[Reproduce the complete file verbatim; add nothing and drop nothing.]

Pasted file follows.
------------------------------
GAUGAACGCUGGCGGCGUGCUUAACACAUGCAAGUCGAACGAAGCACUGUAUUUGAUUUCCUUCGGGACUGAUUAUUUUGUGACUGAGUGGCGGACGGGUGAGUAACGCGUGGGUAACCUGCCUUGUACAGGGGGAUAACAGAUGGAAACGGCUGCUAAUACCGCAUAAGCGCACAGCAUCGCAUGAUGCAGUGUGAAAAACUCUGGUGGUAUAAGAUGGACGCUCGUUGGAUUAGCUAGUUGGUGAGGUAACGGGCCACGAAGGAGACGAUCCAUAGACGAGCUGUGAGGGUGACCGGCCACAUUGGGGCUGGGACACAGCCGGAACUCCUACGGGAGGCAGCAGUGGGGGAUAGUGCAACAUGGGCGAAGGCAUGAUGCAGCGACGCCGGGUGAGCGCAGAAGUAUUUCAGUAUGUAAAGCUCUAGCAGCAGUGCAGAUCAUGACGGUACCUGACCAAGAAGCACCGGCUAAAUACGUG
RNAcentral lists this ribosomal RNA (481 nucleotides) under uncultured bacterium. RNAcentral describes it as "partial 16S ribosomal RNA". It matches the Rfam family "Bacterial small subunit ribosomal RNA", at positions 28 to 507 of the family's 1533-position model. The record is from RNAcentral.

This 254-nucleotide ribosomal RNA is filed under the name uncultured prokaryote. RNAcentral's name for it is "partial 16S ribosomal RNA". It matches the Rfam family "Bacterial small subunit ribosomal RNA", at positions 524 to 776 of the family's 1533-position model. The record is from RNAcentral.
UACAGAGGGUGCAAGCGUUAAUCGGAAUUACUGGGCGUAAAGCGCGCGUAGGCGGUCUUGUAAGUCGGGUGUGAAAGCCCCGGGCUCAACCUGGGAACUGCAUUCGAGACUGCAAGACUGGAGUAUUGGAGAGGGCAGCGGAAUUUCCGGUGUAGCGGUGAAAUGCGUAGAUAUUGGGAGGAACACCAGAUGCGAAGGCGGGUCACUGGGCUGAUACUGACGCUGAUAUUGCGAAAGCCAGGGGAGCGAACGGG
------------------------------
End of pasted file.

GAUGAACGCUGGCGGCGUGCUUAACACAUGCAAGUCGAACGAAGCACUGUAUUUGAUUUCCUUCGGGACUGAUUAUUUUGUGACUGAGUGGCGGACGGGUGAGUAACGCGUGGGUAACCUGCCUUGUACAGGGGGAUAACAGAUGGAAACGGCUGCUAAUACCGCAUAAGCGCACAGCAUCGCAUGAUGCAGUGUGAAAAACUCUGGUGGUAUAAGAUGGACGCUCGUUGGAUUAGCUAGUUGGUGAGGUAACGGGCCACGAAGGAGACGAUCCAUAGACGAGCUGUGAGGGUGACCGGCCACAUUGGGGCUGGGACACAGCCGGAACUCCUACGGGAGGCAGCAGUGGGGGAUAGUGCAACAUGGGCGAAGGCAUGAUGCAGCGACGCCGGGUGAGCGCAGAAGUAUUUCAGUAUGUAAAGCUCUAGCAGCAGUGCAGAUCAUGACGGUACCUGACCAAGAAGCACCGGCUAAAUACGUG
RNAcentral lists this ribosomal RNA (481 nucleotides) under uncultured bacterium. RNAcentral describes it as "partial 16S ribosomal RNA". It matches the Rfam family "Bacterial small subunit ribosomal RNA", at positions 28 to 507 of the family's 1533-position model. The record is from RNAcentral.

This 254-nucleotide ribosomal RNA is filed under the name uncultured prokaryote. RNAcentral's name for it is "partial 16S ribosomal RNA". It matches the Rfam family "Bacterial small subunit ribosomal RNA", at positions 524 to 776 of the family's 1533-position model. The record is from RNAcentral.
UACAGAGGGUGCAAGCGUUAAUCGGAAUUACUGGGCGUAAAGCGCGCGUAGGCGGUCUUGUAAGUCGGGUGUGAAAGCCCCGGGCUCAACCUGGGAACUGCAUUCGAGACUGCAAGACUGGAGUAUUGGAGAGGGCAGCGGAAUUUCCGGUGUAGCGGUGAAAUGCGUAGAUAUUGGGAGGAACACCAGAUGCGAAGGCGGGUCACUGGGCUGAUACUGACGCUGAUAUUGCGAAAGCCAGGGGAGCGAACGGG